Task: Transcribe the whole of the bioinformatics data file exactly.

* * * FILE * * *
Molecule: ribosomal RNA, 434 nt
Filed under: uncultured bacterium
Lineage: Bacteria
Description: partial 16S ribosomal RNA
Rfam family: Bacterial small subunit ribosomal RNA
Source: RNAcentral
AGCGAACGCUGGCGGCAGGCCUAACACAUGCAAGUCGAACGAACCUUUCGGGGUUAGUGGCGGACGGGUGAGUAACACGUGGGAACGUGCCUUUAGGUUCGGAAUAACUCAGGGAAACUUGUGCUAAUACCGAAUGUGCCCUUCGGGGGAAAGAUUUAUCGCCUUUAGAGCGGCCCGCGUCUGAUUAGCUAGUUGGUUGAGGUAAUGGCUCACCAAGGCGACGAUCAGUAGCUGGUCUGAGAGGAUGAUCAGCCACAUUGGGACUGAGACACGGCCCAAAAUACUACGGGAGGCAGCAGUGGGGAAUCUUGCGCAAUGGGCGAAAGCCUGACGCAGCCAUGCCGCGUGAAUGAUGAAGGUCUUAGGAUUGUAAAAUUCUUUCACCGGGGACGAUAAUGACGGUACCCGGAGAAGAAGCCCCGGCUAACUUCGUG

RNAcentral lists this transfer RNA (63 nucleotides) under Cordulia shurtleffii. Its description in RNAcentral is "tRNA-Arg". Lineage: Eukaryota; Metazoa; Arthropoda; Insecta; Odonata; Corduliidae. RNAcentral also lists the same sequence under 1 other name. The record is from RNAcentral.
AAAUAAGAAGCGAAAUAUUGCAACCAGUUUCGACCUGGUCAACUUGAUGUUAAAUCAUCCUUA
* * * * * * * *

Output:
Molecule: ribosomal RNA, 434 nt
Filed under: uncultured bacterium
Lineage: Bacteria
Description: partial 16S ribosomal RNA
Rfam family: Bacterial small subunit ribosomal RNA
Source: RNAcentral
AGCGAACGCUGGCGGCAGGCCUAACACAUGCAAGUCGAACGAACCUUUCGGGGUUAGUGGCGGACGGGUGAGUAACACGUGGGAACGUGCCUUUAGGUUCGGAAUAACUCAGGGAAACUUGUGCUAAUACCGAAUGUGCCCUUCGGGGGAAAGAUUUAUCGCCUUUAGAGCGGCCCGCGUCUGAUUAGCUAGUUGGUUGAGGUAAUGGCUCACCAAGGCGACGAUCAGUAGCUGGUCUGAGAGGAUGAUCAGCCACAUUGGGACUGAGACACGGCCCAAAAUACUACGGGAGGCAGCAGUGGGGAAUCUUGCGCAAUGGGCGAAAGCCUGACGCAGCCAUGCCGCGUGAAUGAUGAAGGUCUUAGGAUUGUAAAAUUCUUUCACCGGGGACGAUAAUGACGGUACCCGGAGAAGAAGCCCCGGCUAACUUCGUG

RNAcentral lists this transfer RNA (63 nucleotides) under Cordulia shurtleffii. Its description in RNAcentral is "tRNA-Arg". Lineage: Eukaryota; Metazoa; Arthropoda; Insecta; Odonata; Corduliidae. RNAcentral also lists the same sequence under 1 other name. The record is from RNAcentral.
AAAUAAGAAGCGAAAUAUUGCAACCAGUUUCGACCUGGUCAACUUGAUGUUAAAUCAUCCUUA